I trust that many of you who appreciate this teaching will want to purchase a copy of my book, "Holiness and Victory Over Sin: Full Salvation Through the Atoning Death of the Lord Jesus Christ" that is available at and at my website (

Copyright by Karl Kemp Karl Kemp worked as an engineer in the space field throughout the 60s. He became a born-again Christian in 1964. He received an MA in Biblical Studies in 1972. He has been a Bible teacher for 45 years. See the website for more info on his books, papers, etc.

Article Source: WRITERS

If you died today, are you absolutely certain that you would go to heaven? You can be! Click here and TRUST JESUS NOW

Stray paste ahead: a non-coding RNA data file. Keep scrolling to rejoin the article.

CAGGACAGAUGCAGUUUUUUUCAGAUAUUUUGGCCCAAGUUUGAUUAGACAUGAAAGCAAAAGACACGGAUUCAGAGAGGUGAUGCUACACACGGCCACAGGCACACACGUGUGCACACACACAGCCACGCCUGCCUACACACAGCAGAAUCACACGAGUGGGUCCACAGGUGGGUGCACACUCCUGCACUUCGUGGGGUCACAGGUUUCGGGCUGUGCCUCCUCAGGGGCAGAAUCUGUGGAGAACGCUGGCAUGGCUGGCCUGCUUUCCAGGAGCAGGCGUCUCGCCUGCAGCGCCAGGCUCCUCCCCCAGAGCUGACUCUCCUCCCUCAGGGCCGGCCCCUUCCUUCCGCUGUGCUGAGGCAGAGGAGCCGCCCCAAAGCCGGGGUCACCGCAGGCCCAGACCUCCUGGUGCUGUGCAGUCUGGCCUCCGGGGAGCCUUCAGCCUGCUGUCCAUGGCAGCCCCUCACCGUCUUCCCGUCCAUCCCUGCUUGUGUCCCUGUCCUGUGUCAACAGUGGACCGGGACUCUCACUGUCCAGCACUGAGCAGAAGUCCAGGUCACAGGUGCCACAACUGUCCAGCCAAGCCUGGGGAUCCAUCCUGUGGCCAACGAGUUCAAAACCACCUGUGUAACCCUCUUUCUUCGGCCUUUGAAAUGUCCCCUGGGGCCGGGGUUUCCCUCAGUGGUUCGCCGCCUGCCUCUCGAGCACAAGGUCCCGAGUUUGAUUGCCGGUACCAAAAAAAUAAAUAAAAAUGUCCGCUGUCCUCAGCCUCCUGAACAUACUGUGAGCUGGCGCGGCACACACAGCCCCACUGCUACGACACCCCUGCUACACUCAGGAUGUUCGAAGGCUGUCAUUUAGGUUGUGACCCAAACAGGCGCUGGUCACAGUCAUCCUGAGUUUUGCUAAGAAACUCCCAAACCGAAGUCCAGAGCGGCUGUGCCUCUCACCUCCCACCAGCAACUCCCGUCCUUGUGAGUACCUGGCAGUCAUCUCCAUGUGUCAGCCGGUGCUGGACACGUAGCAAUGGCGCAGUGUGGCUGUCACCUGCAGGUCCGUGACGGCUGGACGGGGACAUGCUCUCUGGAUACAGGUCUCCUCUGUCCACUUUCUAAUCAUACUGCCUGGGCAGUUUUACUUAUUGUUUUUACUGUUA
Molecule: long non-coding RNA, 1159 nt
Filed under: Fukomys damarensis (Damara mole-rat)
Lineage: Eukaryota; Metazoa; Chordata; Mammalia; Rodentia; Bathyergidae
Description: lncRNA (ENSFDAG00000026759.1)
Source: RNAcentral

Read more articles by Karl Kemp

Like reading Christian Articles? Check out some more options. Read articles in Main Site Articles, Most Read Articles or our highly acclaimed Challenge Articles. Read Great New Release Christian Books for FREE in our Free Reads for Reviews Program. Or enter a keyword for a topic in the search box to search our articles.

User Comments

Enter comments below. Due to spam, all hyperlinks posted in the comments are now immediately disabled by our system.

Please type the following word below:

Not readable? Change text.

The opinions expressed by authors do not necessarily reflect the opinion of

Hire a Christian Writer, Christian Writer Wanted, Christian Writer Needed, Christian Content Needed, Find a Christian Editor, Hire a Christian Editor, Christian Editor, Find a Christian Writer

Main FaithWriters Site | Acceptable Use Policy

By using this site you agree to our Acceptable Use Policy .

© All rights reserved. Free Reprint Articles - Your place for Christian articles, Christian poems, Christian stories and much more.